I also made a Youtube video about all the reasons why I don’t like mutual funds in Canada here:

What I Invest In

Here are my investing principles that work for me:

  1. I don’t want to spend too much time investing.
  2. Diversification is crucial, and also to diversify outside of Canada.
  3. Maintain a long-term, rational approach
  4. Low transaction costs and fees

I currently have an investment property that I Airbnb to tenants (currently it’s being rented out long-term now due to COVID) and invest in mostly ETFs and a little bit in individual stocks. These investments give me access to international companies.

I have a manager for my investment property, so I don’t spend much time on it. 

I don’t invest in any bonds, because I have a very high-risk tolerance and a long time horizon where I don’t need to touch my money for several decades.  I do not recommend this for 95% of investors though, as the risk is quite high that I can lose a large amount in any given year.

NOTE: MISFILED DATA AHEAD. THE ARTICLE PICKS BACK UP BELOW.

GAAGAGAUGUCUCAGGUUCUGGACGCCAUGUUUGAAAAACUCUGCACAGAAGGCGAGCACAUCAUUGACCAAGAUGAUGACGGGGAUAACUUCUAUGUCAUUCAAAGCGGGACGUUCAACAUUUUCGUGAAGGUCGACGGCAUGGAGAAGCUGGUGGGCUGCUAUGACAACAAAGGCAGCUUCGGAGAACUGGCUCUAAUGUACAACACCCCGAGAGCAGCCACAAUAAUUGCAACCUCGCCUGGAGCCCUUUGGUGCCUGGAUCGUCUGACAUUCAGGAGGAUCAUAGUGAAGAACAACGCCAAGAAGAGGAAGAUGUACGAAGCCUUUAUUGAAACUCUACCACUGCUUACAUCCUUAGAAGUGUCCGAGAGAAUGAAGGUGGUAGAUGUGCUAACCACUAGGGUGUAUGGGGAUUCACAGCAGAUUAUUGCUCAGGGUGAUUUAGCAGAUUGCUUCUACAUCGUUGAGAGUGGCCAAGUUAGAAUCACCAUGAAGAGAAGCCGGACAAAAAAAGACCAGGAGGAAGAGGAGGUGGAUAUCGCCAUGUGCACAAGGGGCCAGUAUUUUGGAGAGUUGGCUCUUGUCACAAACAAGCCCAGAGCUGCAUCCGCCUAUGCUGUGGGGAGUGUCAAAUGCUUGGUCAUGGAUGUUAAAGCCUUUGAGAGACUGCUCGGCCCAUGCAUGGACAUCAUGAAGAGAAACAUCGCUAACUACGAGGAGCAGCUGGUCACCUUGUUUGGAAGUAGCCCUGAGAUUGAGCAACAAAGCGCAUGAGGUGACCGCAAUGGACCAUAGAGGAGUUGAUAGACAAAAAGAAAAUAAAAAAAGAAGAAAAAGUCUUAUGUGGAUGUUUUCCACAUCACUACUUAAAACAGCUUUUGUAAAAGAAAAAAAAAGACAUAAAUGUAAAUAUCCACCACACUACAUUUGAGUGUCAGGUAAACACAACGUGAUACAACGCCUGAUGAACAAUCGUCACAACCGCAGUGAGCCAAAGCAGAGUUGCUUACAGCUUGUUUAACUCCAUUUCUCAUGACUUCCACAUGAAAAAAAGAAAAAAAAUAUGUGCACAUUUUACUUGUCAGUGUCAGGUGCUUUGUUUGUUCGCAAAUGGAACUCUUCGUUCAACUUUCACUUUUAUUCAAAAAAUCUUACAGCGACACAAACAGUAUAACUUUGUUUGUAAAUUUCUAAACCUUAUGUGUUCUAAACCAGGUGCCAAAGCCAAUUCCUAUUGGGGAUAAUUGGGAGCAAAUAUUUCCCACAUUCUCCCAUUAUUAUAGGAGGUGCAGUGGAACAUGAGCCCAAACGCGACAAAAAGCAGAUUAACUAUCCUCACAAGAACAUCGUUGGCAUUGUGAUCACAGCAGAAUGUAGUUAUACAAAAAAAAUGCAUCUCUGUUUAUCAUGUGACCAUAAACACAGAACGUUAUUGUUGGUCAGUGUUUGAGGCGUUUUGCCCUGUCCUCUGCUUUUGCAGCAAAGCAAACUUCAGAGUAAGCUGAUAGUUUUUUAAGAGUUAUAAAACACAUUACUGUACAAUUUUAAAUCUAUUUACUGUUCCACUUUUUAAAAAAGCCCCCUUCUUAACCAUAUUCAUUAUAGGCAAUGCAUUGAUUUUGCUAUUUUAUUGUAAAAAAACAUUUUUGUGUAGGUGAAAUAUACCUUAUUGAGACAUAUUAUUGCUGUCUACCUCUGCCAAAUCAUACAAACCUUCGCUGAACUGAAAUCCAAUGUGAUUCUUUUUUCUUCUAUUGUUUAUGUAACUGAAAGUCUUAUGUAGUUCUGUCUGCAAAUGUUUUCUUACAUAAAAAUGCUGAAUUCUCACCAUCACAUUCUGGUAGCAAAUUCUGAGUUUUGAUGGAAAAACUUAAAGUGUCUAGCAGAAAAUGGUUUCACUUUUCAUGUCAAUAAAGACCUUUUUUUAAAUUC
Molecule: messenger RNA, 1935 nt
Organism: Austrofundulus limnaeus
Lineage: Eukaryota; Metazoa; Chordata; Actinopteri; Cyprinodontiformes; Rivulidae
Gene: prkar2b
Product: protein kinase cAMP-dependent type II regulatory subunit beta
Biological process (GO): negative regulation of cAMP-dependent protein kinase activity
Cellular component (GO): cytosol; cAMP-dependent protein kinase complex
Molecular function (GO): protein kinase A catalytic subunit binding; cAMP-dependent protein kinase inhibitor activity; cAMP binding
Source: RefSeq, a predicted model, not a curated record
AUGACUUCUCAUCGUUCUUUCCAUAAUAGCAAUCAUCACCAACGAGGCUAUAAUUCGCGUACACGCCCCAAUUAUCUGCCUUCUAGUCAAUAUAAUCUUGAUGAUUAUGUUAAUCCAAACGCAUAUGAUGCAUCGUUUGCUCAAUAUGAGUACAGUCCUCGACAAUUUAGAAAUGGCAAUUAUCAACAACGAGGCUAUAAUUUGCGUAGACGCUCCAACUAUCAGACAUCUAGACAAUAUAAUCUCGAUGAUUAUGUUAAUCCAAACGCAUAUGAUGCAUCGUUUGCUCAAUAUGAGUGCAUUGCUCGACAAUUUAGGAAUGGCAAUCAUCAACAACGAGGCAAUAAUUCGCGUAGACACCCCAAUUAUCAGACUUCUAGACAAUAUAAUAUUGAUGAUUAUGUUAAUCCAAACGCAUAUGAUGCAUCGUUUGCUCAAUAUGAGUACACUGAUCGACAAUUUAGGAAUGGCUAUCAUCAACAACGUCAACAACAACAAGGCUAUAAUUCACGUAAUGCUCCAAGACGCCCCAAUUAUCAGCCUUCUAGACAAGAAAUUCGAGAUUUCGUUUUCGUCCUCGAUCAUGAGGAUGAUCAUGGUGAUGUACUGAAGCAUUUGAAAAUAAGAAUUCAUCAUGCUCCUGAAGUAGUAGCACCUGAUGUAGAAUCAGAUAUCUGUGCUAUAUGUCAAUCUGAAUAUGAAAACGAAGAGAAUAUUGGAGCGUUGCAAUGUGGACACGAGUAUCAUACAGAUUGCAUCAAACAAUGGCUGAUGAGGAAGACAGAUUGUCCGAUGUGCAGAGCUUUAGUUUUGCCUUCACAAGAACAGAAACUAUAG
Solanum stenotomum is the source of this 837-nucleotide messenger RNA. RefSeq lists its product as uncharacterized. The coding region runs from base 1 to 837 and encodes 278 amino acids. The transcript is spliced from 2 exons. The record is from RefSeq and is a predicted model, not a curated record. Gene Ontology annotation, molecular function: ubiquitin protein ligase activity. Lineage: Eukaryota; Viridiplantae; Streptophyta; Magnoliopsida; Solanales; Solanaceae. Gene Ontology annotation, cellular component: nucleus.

I think most investors should have some fixed income in their investment portfolios. I will likely shift some money out of equities and into fixed income as I get older.

I wanted to tell you my personal investment strategy so it can inspire you to come up with your own. What I do will likely be very different than what is best for you. It’s up to you to figure out what are the best investments in Canada for yourself. 

Conclusion

Best Investments In Canada Infographics

Learning where to invest money in Canada doesn’t have to be overwhelming. Get educated about investments and figure out what the best investments in Canada are for you.

That valuable knowledge can lead to a lifetime of being better with your finances. 

If you want to invest in Canada but aren’t sure where or how to get started, read the guide on how to start investing in Canada.